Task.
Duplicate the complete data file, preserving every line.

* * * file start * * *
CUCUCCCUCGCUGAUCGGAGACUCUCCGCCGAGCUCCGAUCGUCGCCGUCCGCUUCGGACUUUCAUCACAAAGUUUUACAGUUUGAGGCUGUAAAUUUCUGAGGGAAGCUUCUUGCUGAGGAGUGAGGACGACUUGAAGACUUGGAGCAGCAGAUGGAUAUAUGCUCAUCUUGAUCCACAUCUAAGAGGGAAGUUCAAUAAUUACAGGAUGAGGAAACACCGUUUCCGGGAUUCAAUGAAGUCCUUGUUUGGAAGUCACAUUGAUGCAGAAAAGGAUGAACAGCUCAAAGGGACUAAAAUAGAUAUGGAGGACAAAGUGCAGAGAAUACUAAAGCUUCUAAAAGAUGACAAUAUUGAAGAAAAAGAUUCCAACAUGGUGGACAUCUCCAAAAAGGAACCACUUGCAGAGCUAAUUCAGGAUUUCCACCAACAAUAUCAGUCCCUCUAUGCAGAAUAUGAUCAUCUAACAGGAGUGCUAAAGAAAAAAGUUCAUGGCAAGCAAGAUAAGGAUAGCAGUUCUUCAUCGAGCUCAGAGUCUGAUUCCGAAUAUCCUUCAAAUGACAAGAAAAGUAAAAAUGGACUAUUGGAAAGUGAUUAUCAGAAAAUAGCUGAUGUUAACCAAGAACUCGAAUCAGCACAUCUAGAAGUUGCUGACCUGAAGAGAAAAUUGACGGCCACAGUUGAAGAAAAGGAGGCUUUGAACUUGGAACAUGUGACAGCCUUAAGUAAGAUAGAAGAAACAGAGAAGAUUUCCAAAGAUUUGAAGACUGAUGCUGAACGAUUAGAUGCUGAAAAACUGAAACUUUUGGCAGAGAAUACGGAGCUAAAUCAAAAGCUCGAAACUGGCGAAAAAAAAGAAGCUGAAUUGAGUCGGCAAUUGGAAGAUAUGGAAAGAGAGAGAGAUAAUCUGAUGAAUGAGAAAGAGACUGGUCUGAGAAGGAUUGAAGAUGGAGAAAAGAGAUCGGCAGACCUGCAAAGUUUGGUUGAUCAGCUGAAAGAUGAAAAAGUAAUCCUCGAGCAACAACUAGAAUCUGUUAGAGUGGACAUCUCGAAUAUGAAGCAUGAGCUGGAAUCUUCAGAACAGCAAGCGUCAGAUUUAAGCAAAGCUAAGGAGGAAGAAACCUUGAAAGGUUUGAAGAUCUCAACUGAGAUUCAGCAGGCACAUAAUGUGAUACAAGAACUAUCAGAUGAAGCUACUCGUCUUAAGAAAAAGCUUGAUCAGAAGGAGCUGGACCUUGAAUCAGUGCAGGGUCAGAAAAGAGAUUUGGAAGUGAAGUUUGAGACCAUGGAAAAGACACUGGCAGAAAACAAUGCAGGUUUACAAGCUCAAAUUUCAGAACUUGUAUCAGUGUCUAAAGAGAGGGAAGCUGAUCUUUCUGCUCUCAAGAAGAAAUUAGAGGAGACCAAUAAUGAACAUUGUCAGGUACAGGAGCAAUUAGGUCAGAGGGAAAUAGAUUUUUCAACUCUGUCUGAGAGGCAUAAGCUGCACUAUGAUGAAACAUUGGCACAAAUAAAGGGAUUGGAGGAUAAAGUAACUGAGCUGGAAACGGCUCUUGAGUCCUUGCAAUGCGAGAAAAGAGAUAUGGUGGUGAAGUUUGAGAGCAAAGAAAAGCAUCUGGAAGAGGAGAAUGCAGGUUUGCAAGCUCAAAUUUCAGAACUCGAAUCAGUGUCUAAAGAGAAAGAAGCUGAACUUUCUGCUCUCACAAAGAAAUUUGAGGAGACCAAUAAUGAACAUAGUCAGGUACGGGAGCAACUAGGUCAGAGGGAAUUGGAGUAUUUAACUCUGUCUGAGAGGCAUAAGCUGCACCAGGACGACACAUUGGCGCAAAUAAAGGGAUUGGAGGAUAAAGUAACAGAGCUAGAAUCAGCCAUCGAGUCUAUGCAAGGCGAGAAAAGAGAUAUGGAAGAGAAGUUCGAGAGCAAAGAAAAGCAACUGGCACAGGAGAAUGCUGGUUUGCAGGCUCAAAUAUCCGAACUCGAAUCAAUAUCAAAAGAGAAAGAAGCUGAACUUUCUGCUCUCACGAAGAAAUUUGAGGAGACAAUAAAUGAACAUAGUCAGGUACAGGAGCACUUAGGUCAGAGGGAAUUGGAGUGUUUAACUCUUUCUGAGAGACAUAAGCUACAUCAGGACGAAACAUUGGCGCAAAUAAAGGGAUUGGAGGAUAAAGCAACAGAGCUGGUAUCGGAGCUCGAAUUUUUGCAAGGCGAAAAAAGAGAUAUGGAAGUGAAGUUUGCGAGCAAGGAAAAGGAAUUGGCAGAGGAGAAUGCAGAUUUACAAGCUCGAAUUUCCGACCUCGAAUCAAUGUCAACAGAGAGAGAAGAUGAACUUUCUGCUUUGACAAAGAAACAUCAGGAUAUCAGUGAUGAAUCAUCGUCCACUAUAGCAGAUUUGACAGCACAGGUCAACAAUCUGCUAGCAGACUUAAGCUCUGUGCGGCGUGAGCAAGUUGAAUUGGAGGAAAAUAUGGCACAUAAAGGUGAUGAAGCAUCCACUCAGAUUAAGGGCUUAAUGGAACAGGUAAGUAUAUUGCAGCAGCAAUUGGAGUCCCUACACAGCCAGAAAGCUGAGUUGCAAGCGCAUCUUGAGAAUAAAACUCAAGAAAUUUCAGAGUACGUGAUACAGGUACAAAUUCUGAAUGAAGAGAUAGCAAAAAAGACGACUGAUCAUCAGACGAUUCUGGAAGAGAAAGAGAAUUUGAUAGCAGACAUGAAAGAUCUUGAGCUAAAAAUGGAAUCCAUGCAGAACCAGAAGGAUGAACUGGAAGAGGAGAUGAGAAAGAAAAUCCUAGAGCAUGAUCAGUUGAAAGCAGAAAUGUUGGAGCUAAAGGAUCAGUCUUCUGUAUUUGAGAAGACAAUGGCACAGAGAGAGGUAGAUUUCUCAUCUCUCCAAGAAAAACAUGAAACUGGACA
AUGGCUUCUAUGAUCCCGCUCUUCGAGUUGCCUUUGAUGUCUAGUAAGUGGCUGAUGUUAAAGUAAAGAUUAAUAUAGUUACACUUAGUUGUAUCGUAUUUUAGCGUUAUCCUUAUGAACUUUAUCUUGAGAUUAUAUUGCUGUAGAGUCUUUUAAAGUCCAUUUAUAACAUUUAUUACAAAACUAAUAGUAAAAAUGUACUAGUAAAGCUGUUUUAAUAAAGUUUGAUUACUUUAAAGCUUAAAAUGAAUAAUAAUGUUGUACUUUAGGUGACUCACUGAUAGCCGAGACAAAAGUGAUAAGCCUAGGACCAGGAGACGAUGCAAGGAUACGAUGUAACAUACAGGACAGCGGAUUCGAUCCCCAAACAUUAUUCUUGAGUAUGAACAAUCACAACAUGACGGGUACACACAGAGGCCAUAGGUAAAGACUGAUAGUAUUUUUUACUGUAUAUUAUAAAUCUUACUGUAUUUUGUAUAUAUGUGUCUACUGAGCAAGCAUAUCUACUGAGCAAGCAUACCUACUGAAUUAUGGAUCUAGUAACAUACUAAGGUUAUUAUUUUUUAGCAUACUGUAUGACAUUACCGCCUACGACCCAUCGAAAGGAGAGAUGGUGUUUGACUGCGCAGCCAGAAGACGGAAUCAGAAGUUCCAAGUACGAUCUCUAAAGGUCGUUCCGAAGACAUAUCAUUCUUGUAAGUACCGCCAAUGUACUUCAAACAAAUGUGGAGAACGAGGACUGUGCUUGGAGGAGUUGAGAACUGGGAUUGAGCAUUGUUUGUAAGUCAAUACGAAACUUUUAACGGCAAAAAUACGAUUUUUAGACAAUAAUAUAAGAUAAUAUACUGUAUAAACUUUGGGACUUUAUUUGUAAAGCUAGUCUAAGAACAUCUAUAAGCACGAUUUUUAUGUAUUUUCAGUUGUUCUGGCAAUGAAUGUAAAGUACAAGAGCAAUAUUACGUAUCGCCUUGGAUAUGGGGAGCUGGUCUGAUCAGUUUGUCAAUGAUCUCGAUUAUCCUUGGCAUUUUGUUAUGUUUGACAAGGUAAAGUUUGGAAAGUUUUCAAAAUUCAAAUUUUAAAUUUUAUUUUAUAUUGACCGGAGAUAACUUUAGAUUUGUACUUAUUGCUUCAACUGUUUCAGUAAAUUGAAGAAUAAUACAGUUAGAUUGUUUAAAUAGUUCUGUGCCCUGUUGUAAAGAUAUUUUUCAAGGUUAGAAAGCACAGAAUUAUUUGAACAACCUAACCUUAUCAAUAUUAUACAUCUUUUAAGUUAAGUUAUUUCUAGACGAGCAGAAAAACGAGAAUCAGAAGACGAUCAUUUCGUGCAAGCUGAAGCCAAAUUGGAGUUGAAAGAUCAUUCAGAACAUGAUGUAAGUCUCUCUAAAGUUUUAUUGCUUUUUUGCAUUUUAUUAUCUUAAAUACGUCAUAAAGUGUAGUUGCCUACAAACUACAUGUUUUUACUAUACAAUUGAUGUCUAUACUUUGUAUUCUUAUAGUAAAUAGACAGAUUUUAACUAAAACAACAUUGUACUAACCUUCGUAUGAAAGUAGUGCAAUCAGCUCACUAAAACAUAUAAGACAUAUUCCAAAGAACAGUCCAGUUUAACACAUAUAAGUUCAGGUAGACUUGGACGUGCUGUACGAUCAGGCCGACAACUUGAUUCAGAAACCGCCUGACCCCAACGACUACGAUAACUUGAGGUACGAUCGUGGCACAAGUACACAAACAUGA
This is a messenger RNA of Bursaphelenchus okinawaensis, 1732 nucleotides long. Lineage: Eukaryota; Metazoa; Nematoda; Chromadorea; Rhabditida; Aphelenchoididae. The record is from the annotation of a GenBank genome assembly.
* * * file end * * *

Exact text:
CUCUCCCUCGCUGAUCGGAGACUCUCCGCCGAGCUCCGAUCGUCGCCGUCCGCUUCGGACUUUCAUCACAAAGUUUUACAGUUUGAGGCUGUAAAUUUCUGAGGGAAGCUUCUUGCUGAGGAGUGAGGACGACUUGAAGACUUGGAGCAGCAGAUGGAUAUAUGCUCAUCUUGAUCCACAUCUAAGAGGGAAGUUCAAUAAUUACAGGAUGAGGAAACACCGUUUCCGGGAUUCAAUGAAGUCCUUGUUUGGAAGUCACAUUGAUGCAGAAAAGGAUGAACAGCUCAAAGGGACUAAAAUAGAUAUGGAGGACAAAGUGCAGAGAAUACUAAAGCUUCUAAAAGAUGACAAUAUUGAAGAAAAAGAUUCCAACAUGGUGGACAUCUCCAAAAAGGAACCACUUGCAGAGCUAAUUCAGGAUUUCCACCAACAAUAUCAGUCCCUCUAUGCAGAAUAUGAUCAUCUAACAGGAGUGCUAAAGAAAAAAGUUCAUGGCAAGCAAGAUAAGGAUAGCAGUUCUUCAUCGAGCUCAGAGUCUGAUUCCGAAUAUCCUUCAAAUGACAAGAAAAGUAAAAAUGGACUAUUGGAAAGUGAUUAUCAGAAAAUAGCUGAUGUUAACCAAGAACUCGAAUCAGCACAUCUAGAAGUUGCUGACCUGAAGAGAAAAUUGACGGCCACAGUUGAAGAAAAGGAGGCUUUGAACUUGGAACAUGUGACAGCCUUAAGUAAGAUAGAAGAAACAGAGAAGAUUUCCAAAGAUUUGAAGACUGAUGCUGAACGAUUAGAUGCUGAAAAACUGAAACUUUUGGCAGAGAAUACGGAGCUAAAUCAAAAGCUCGAAACUGGCGAAAAAAAAGAAGCUGAAUUGAGUCGGCAAUUGGAAGAUAUGGAAAGAGAGAGAGAUAAUCUGAUGAAUGAGAAAGAGACUGGUCUGAGAAGGAUUGAAGAUGGAGAAAAGAGAUCGGCAGACCUGCAAAGUUUGGUUGAUCAGCUGAAAGAUGAAAAAGUAAUCCUCGAGCAACAACUAGAAUCUGUUAGAGUGGACAUCUCGAAUAUGAAGCAUGAGCUGGAAUCUUCAGAACAGCAAGCGUCAGAUUUAAGCAAAGCUAAGGAGGAAGAAACCUUGAAAGGUUUGAAGAUCUCAACUGAGAUUCAGCAGGCACAUAAUGUGAUACAAGAACUAUCAGAUGAAGCUACUCGUCUUAAGAAAAAGCUUGAUCAGAAGGAGCUGGACCUUGAAUCAGUGCAGGGUCAGAAAAGAGAUUUGGAAGUGAAGUUUGAGACCAUGGAAAAGACACUGGCAGAAAACAAUGCAGGUUUACAAGCUCAAAUUUCAGAACUUGUAUCAGUGUCUAAAGAGAGGGAAGCUGAUCUUUCUGCUCUCAAGAAGAAAUUAGAGGAGACCAAUAAUGAACAUUGUCAGGUACAGGAGCAAUUAGGUCAGAGGGAAAUAGAUUUUUCAACUCUGUCUGAGAGGCAUAAGCUGCACUAUGAUGAAACAUUGGCACAAAUAAAGGGAUUGGAGGAUAAAGUAACUGAGCUGGAAACGGCUCUUGAGUCCUUGCAAUGCGAGAAAAGAGAUAUGGUGGUGAAGUUUGAGAGCAAAGAAAAGCAUCUGGAAGAGGAGAAUGCAGGUUUGCAAGCUCAAAUUUCAGAACUCGAAUCAGUGUCUAAAGAGAAAGAAGCUGAACUUUCUGCUCUCACAAAGAAAUUUGAGGAGACCAAUAAUGAACAUAGUCAGGUACGGGAGCAACUAGGUCAGAGGGAAUUGGAGUAUUUAACUCUGUCUGAGAGGCAUAAGCUGCACCAGGACGACACAUUGGCGCAAAUAAAGGGAUUGGAGGAUAAAGUAACAGAGCUAGAAUCAGCCAUCGAGUCUAUGCAAGGCGAGAAAAGAGAUAUGGAAGAGAAGUUCGAGAGCAAAGAAAAGCAACUGGCACAGGAGAAUGCUGGUUUGCAGGCUCAAAUAUCCGAACUCGAAUCAAUAUCAAAAGAGAAAGAAGCUGAACUUUCUGCUCUCACGAAGAAAUUUGAGGAGACAAUAAAUGAACAUAGUCAGGUACAGGAGCACUUAGGUCAGAGGGAAUUGGAGUGUUUAACUCUUUCUGAGAGACAUAAGCUACAUCAGGACGAAACAUUGGCGCAAAUAAAGGGAUUGGAGGAUAAAGCAACAGAGCUGGUAUCGGAGCUCGAAUUUUUGCAAGGCGAAAAAAGAGAUAUGGAAGUGAAGUUUGCGAGCAAGGAAAAGGAAUUGGCAGAGGAGAAUGCAGAUUUACAAGCUCGAAUUUCCGACCUCGAAUCAAUGUCAACAGAGAGAGAAGAUGAACUUUCUGCUUUGACAAAGAAACAUCAGGAUAUCAGUGAUGAAUCAUCGUCCACUAUAGCAGAUUUGACAGCACAGGUCAACAAUCUGCUAGCAGACUUAAGCUCUGUGCGGCGUGAGCAAGUUGAAUUGGAGGAAAAUAUGGCACAUAAAGGUGAUGAAGCAUCCACUCAGAUUAAGGGCUUAAUGGAACAGGUAAGUAUAUUGCAGCAGCAAUUGGAGUCCCUACACAGCCAGAAAGCUGAGUUGCAAGCGCAUCUUGAGAAUAAAACUCAAGAAAUUUCAGAGUACGUGAUACAGGUACAAAUUCUGAAUGAAGAGAUAGCAAAAAAGACGACUGAUCAUCAGACGAUUCUGGAAGAGAAAGAGAAUUUGAUAGCAGACAUGAAAGAUCUUGAGCUAAAAAUGGAAUCCAUGCAGAACCAGAAGGAUGAACUGGAAGAGGAGAUGAGAAAGAAAAUCCUAGAGCAUGAUCAGUUGAAAGCAGAAAUGUUGGAGCUAAAGGAUCAGUCUUCUGUAUUUGAGAAGACAAUGGCACAGAGAGAGGUAGAUUUCUCAUCUCUCCAAGAAAAACAUGAAACUGGACA
AUGGCUUCUAUGAUCCCGCUCUUCGAGUUGCCUUUGAUGUCUAGUAAGUGGCUGAUGUUAAAGUAAAGAUUAAUAUAGUUACACUUAGUUGUAUCGUAUUUUAGCGUUAUCCUUAUGAACUUUAUCUUGAGAUUAUAUUGCUGUAGAGUCUUUUAAAGUCCAUUUAUAACAUUUAUUACAAAACUAAUAGUAAAAAUGUACUAGUAAAGCUGUUUUAAUAAAGUUUGAUUACUUUAAAGCUUAAAAUGAAUAAUAAUGUUGUACUUUAGGUGACUCACUGAUAGCCGAGACAAAAGUGAUAAGCCUAGGACCAGGAGACGAUGCAAGGAUACGAUGUAACAUACAGGACAGCGGAUUCGAUCCCCAAACAUUAUUCUUGAGUAUGAACAAUCACAACAUGACGGGUACACACAGAGGCCAUAGGUAAAGACUGAUAGUAUUUUUUACUGUAUAUUAUAAAUCUUACUGUAUUUUGUAUAUAUGUGUCUACUGAGCAAGCAUAUCUACUGAGCAAGCAUACCUACUGAAUUAUGGAUCUAGUAACAUACUAAGGUUAUUAUUUUUUAGCAUACUGUAUGACAUUACCGCCUACGACCCAUCGAAAGGAGAGAUGGUGUUUGACUGCGCAGCCAGAAGACGGAAUCAGAAGUUCCAAGUACGAUCUCUAAAGGUCGUUCCGAAGACAUAUCAUUCUUGUAAGUACCGCCAAUGUACUUCAAACAAAUGUGGAGAACGAGGACUGUGCUUGGAGGAGUUGAGAACUGGGAUUGAGCAUUGUUUGUAAGUCAAUACGAAACUUUUAACGGCAAAAAUACGAUUUUUAGACAAUAAUAUAAGAUAAUAUACUGUAUAAACUUUGGGACUUUAUUUGUAAAGCUAGUCUAAGAACAUCUAUAAGCACGAUUUUUAUGUAUUUUCAGUUGUUCUGGCAAUGAAUGUAAAGUACAAGAGCAAUAUUACGUAUCGCCUUGGAUAUGGGGAGCUGGUCUGAUCAGUUUGUCAAUGAUCUCGAUUAUCCUUGGCAUUUUGUUAUGUUUGACAAGGUAAAGUUUGGAAAGUUUUCAAAAUUCAAAUUUUAAAUUUUAUUUUAUAUUGACCGGAGAUAACUUUAGAUUUGUACUUAUUGCUUCAACUGUUUCAGUAAAUUGAAGAAUAAUACAGUUAGAUUGUUUAAAUAGUUCUGUGCCCUGUUGUAAAGAUAUUUUUCAAGGUUAGAAAGCACAGAAUUAUUUGAACAACCUAACCUUAUCAAUAUUAUACAUCUUUUAAGUUAAGUUAUUUCUAGACGAGCAGAAAAACGAGAAUCAGAAGACGAUCAUUUCGUGCAAGCUGAAGCCAAAUUGGAGUUGAAAGAUCAUUCAGAACAUGAUGUAAGUCUCUCUAAAGUUUUAUUGCUUUUUUGCAUUUUAUUAUCUUAAAUACGUCAUAAAGUGUAGUUGCCUACAAACUACAUGUUUUUACUAUACAAUUGAUGUCUAUACUUUGUAUUCUUAUAGUAAAUAGACAGAUUUUAACUAAAACAACAUUGUACUAACCUUCGUAUGAAAGUAGUGCAAUCAGCUCACUAAAACAUAUAAGACAUAUUCCAAAGAACAGUCCAGUUUAACACAUAUAAGUUCAGGUAGACUUGGACGUGCUGUACGAUCAGGCCGACAACUUGAUUCAGAAACCGCCUGACCCCAACGACUACGAUAACUUGAGGUACGAUCGUGGCACAAGUACACAAACAUGA
This is a messenger RNA of Bursaphelenchus okinawaensis, 1732 nucleotides long. Lineage: Eukaryota; Metazoa; Nematoda; Chromadorea; Rhabditida; Aphelenchoididae. The record is from the annotation of a GenBank genome assembly.